The holiday season approaches, so here’s a quick look at the year that was for Indian Pharma, before we disappear into a haze of year-end festivities. It’s a mixed bag (what year isn’t?) including stuff that could influence the way things work in the years ahead. For convenience, I’ve divided up what I think are key developments into posts rather than stick to any specific chronology of events. The first post was on the regulation of Indian manufacturing. In this second post, I look at developments in the regulation of clinical trials.
No Christmas cheer here
The landscape for clinical trials appears bleak. At a media briefing in Mumbai yesterday, the Indian Society for Clinical Research (ISCR) said that until September this year, all of 20 global clinical trials (where India is one of multiple global sites) were approved by the CDSCO, India’s drug regulatory office. While this is four times as many as were approved in 2013, it is still a far cry from the hundreds that were given the nod when clinical research was at its peak in the country.
Essentially, 2014 was the year the industry felt the impact of 2013. And grappled with ways to mitigate it. Readers may recall that last year, a defensive government lobbed new rules and regulations governing clinical research like shells, in a bid to defend itself before the Supreme Court where a Public Interest Litigation (PIL) on injuries and deaths from clinical trials was being heard. You could almost visualise sponsors, their agents and ethics committee cringe and duck every time a communique shot out from CDSCO headquarters.
This year, the CDSCO issued further orders that sought to expand and add to last year’s efforts.
For sponsors, this no doubt felt more like a reckoning. A much-awaited amendment to the rules governing compensation for trial-related injury and death remained on paper. Sponsors had taken exception to these rules last year and requested modifications. Instead, the government went ahead with a new formula to ascertain compensation for trial-related deaths.
ISCR president Suneela Thatte stated that the compensation awards are several times the amount that the government pays out to victims of negligence by its own agencies and institutions. Abhijeet Das of LexCounsel which represented the ISCR in the Supreme Court said that the wide range of compensation considered appropriate by the CDSCO (Rs 4 lakh to Rs 74 lakh) is making it difficult for insurers to make their own calculations (presumably regarding liability and premia as sponsors typically insure trials to cover damages). To add to this, the formula is “provisionally final” suggesting it could change again.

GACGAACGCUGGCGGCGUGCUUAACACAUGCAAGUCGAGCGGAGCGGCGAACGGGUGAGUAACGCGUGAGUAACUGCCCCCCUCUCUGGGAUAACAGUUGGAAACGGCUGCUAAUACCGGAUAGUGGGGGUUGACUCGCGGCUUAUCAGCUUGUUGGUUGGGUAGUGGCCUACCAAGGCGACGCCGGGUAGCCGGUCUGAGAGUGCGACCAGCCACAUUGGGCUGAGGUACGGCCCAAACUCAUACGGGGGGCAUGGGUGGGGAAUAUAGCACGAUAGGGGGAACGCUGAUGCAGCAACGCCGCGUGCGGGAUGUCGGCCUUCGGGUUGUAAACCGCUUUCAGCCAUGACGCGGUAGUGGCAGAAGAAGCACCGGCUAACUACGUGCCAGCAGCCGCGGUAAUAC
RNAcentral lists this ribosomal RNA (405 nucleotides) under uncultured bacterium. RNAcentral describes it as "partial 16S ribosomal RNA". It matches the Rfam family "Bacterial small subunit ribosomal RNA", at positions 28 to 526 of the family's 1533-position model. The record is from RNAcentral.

Other rules such as the mandatory video-taping of the informed consent process is deterring subjects who value privacy from participating, said Dr C S Pramesh, surgical oncologist at Mumbai’s Tata Memorial, who has been an investigator in many cancer treatment trials.
As the new rules have so far have been a reaction to queries raised by the Supreme Court, sponsors now realise that unless the Court disposes off the PIL, uncertainty will linger over policy-making.
On the other hand, a government decision in 2014 to create an accreditation process for investigators, clinical research sites and ethics committees, is being viewed as a positive as it seeks to unburden the under-resourced CDSCO from doing hygiene checks and lets it focus on compliance on the ground during trials. It appears as though the process, led by the Quality Council of India, will focus on systems and infrastructure of sites, ethics committees etc leaving CDSCO free to inspect the actual conduct of trials. No other country that allows a significant number of clinical trials follows this two-pronged approach, Thatte said. But that is no reason why India should not do so, she added. However, this will be a long, drawn-out process and its implementation appears to be still under discussion.
In the New Year, the best that sponsors can hope for is that the PIL will be finally put to rest and no new ones will spring up to take its place, thus changing the context of their future engagements with the regulator.
Pharmacovigilance makes progress
Moving on to a different aspect of safety, in 2014, India’s national pharmacovigilance effort turned 3 years old under the Indian Pharmacopoeia Commission. More adverse drug reaction monitoring centres, mainly hospitals, were added. As of April this year, the number was 150 up from 60 in January 2013, according to the programme’s April newsletter. India’s contribution to the World Health Organisation’s side-effects database stands at 2 per cent, as of last year it said, on par with the UK (more recent numbers not available).
However, the challenge is to continue the effort, scale it up and rope in private doctors and hospitals. As of now, the majority of the monitoring centres (107) are government-owned while the majority of healthcare delivery is done by the private sector.
On the policy front, it was decided in 2014 that if two or more countries ban a drug for reasons of either safety or efficacy the regulator will review the drug in India. As things stand, it will be business as usual in this area unless there is another high profile drug withdrawal or ban for safety reasons in any developed market.
Pic sourced from Google Images